There is a long predigree in liberal public discourse about the dangers of punishing hate speech. The oft-quoted aphorism goes something like “the antidote to hate speech is more speech”*. The basic idea is that in a marketplace of ideas, bad ideas will be forced out by good ones, and thus the solution to hate speech is to marginalize hateful voices by speaking up vigorously in the defense of those who need it. This has been, proponents of this view claim, the way our society has moved overt and hateful racism from the mainstream to the margins: good people decided it was time to push racist voices out of the mainstream, and nobody had to pass a law making it a crime to be racist.
The truth, of course, is far more complicated than that. This account moves the agency of black people to the back of the bus (yeah, I went there) and makes the provisional successes of civil rights groups in eradicating racism the work of the goodwill of the majority rather than the work of organized people who fought against the system. It also ignores the fact that, even to this day, racist language might be gone, but the racism it described has just found more palatable words to convey the same message it always has. Finally, it ignores the role that craven politics and opportunism played in whatever cultural shift has genuinely happened.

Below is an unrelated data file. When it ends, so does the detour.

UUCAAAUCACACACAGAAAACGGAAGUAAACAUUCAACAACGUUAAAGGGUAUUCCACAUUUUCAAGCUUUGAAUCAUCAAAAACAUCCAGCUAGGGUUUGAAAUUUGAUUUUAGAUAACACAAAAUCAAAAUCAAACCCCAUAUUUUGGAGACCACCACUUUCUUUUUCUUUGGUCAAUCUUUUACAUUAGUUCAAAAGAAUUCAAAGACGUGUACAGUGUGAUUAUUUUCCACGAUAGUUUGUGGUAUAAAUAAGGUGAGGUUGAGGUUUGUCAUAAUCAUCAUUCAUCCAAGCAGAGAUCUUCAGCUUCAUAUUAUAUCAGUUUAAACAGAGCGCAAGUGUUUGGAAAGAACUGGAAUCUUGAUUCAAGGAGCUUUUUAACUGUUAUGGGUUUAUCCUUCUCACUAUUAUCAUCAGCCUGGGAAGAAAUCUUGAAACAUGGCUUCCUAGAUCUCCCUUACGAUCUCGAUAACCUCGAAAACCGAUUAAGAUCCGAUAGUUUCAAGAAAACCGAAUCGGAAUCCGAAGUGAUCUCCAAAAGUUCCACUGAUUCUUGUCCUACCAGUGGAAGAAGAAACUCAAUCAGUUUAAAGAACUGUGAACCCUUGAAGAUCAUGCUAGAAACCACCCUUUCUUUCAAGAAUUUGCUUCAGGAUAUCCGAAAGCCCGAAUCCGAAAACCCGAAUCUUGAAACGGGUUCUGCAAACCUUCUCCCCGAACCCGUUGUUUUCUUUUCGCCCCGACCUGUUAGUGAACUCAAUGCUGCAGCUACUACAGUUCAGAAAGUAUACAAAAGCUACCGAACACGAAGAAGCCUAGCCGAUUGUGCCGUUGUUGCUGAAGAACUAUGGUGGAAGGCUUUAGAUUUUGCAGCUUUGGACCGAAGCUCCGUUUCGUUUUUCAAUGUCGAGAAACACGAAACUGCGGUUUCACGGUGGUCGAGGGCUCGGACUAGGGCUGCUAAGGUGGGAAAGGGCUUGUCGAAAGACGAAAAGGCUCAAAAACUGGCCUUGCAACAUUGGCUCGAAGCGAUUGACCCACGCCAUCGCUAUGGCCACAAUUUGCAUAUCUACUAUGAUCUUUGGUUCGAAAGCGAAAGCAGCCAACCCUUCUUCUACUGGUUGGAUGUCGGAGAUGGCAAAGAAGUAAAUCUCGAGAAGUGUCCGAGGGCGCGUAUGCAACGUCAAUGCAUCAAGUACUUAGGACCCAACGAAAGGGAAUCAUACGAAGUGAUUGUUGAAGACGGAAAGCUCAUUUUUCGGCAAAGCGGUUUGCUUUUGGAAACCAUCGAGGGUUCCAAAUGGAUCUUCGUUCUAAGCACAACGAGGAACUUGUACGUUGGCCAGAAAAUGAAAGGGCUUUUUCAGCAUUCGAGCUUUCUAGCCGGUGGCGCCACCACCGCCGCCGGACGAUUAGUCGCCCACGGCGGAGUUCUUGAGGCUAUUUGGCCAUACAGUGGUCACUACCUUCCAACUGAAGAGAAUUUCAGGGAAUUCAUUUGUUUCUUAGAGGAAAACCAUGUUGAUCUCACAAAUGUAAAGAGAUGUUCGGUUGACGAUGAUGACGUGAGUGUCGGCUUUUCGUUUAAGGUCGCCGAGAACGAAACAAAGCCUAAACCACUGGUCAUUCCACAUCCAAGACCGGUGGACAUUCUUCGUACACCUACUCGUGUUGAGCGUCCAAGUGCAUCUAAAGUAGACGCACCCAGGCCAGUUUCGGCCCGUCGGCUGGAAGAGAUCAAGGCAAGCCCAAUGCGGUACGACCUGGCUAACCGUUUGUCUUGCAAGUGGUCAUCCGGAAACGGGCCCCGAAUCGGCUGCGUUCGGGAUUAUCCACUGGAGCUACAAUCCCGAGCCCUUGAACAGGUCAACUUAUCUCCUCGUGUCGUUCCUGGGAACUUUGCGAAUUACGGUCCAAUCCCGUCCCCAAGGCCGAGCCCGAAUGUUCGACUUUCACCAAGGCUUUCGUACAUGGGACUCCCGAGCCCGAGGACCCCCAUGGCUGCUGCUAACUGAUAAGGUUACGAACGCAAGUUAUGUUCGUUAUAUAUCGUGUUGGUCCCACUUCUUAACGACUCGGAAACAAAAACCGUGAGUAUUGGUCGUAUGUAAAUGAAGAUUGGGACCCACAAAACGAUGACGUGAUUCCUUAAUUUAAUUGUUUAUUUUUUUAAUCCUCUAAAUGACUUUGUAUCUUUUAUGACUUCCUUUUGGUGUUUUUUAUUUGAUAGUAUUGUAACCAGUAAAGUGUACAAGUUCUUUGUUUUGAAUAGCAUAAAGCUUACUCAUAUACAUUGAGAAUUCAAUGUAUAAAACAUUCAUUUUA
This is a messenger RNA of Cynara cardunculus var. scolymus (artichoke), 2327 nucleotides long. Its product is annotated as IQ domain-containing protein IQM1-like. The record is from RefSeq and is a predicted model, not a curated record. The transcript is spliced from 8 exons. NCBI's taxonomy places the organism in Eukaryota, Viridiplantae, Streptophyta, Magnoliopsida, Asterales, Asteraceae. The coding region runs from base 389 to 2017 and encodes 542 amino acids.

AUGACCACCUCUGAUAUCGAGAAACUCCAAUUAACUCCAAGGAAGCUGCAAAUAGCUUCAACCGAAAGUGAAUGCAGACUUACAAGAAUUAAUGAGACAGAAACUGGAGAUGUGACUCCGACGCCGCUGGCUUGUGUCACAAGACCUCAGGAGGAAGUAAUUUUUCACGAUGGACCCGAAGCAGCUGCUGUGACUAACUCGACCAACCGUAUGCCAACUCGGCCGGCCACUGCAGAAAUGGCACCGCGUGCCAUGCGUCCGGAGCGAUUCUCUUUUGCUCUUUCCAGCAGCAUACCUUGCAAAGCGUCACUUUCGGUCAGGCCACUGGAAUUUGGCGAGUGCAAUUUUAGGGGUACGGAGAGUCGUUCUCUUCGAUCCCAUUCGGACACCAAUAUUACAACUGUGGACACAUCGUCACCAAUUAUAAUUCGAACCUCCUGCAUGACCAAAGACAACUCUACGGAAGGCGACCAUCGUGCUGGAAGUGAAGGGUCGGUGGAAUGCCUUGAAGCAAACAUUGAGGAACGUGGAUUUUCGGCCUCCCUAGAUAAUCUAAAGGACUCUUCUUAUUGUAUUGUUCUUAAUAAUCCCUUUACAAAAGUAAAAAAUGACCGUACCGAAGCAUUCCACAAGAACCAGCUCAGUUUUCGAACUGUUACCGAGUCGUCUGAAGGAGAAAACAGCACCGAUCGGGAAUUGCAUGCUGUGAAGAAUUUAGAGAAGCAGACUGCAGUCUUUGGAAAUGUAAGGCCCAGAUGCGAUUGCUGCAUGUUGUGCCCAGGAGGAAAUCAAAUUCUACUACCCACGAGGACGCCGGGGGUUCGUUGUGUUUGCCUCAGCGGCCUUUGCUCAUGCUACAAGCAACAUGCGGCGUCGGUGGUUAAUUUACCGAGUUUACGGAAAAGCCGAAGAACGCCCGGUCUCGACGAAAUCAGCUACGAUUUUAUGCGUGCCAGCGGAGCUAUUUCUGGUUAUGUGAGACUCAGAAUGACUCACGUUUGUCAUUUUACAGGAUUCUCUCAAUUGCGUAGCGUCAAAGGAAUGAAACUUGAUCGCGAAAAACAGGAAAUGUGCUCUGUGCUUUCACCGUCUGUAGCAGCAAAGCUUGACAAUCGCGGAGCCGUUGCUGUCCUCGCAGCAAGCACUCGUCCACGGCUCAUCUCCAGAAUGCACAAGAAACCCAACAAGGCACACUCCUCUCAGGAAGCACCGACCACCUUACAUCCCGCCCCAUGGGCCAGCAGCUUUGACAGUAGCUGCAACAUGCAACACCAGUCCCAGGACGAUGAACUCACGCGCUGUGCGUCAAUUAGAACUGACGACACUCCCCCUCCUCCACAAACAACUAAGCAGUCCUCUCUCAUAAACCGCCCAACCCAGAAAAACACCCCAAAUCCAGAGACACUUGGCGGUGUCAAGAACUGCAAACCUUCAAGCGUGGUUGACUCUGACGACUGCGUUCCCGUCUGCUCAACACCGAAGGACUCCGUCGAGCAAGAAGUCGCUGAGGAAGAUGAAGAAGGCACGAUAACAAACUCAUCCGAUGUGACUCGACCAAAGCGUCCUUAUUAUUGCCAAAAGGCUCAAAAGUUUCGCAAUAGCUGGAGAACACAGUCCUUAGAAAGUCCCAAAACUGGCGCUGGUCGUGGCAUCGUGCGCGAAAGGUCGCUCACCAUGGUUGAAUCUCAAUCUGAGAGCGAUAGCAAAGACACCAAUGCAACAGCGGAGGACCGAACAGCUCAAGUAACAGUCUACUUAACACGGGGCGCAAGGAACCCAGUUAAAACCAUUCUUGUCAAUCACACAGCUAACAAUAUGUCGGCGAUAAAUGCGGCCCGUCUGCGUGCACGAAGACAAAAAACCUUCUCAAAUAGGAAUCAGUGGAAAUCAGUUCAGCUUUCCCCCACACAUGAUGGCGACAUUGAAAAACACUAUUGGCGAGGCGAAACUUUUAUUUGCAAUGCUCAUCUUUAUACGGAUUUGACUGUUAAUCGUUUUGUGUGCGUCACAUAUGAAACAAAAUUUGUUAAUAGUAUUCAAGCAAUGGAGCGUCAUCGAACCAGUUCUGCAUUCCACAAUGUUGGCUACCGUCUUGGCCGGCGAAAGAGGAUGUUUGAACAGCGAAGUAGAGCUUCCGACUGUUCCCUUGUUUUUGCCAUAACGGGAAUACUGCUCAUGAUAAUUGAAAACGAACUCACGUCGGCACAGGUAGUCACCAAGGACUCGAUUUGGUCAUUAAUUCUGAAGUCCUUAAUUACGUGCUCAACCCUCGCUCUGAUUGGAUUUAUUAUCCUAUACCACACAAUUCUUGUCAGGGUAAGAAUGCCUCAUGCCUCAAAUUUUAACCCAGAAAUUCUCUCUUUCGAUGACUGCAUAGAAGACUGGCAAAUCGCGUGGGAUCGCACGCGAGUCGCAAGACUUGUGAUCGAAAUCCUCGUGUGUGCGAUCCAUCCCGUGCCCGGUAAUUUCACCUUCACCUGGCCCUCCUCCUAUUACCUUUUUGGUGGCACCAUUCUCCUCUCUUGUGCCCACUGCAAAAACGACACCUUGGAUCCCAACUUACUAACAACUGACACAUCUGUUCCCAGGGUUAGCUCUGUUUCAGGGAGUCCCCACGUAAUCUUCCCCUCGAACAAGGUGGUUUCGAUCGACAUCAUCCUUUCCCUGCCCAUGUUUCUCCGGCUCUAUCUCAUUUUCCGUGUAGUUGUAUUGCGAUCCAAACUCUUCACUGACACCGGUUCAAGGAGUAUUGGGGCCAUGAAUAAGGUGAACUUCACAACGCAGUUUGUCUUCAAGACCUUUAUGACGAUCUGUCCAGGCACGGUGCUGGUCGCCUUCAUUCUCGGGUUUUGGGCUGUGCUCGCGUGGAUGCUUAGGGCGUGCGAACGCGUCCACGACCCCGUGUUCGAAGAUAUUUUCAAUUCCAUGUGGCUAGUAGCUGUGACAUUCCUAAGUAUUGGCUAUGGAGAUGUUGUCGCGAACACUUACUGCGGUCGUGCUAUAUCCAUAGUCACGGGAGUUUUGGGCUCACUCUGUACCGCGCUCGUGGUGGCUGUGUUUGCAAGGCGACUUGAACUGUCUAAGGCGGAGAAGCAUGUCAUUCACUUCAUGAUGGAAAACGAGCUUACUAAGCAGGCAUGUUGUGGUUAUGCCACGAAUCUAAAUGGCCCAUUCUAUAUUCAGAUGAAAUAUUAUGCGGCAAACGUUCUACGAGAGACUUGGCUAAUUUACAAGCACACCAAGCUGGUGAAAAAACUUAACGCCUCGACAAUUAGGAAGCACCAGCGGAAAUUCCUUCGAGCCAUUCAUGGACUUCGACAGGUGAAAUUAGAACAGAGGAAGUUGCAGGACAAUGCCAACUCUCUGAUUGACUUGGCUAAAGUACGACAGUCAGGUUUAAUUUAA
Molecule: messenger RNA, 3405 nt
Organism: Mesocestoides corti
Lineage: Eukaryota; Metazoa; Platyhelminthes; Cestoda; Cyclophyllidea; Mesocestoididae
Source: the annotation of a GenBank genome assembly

That being said, the point remains: it is not necessary to criminalize hate speech to reduce it. The argument then (often) follows that we should therefore not criminalize it, because of some non-specific harm that may come to some white person down the road who will be mistakenly blamed for saying something that hurts a brown person’s feelings. Or something. I have, in recent years, moved away from the “absolute free speech” position I held for many years, and it’s partially because of stories like this: … Continue Reading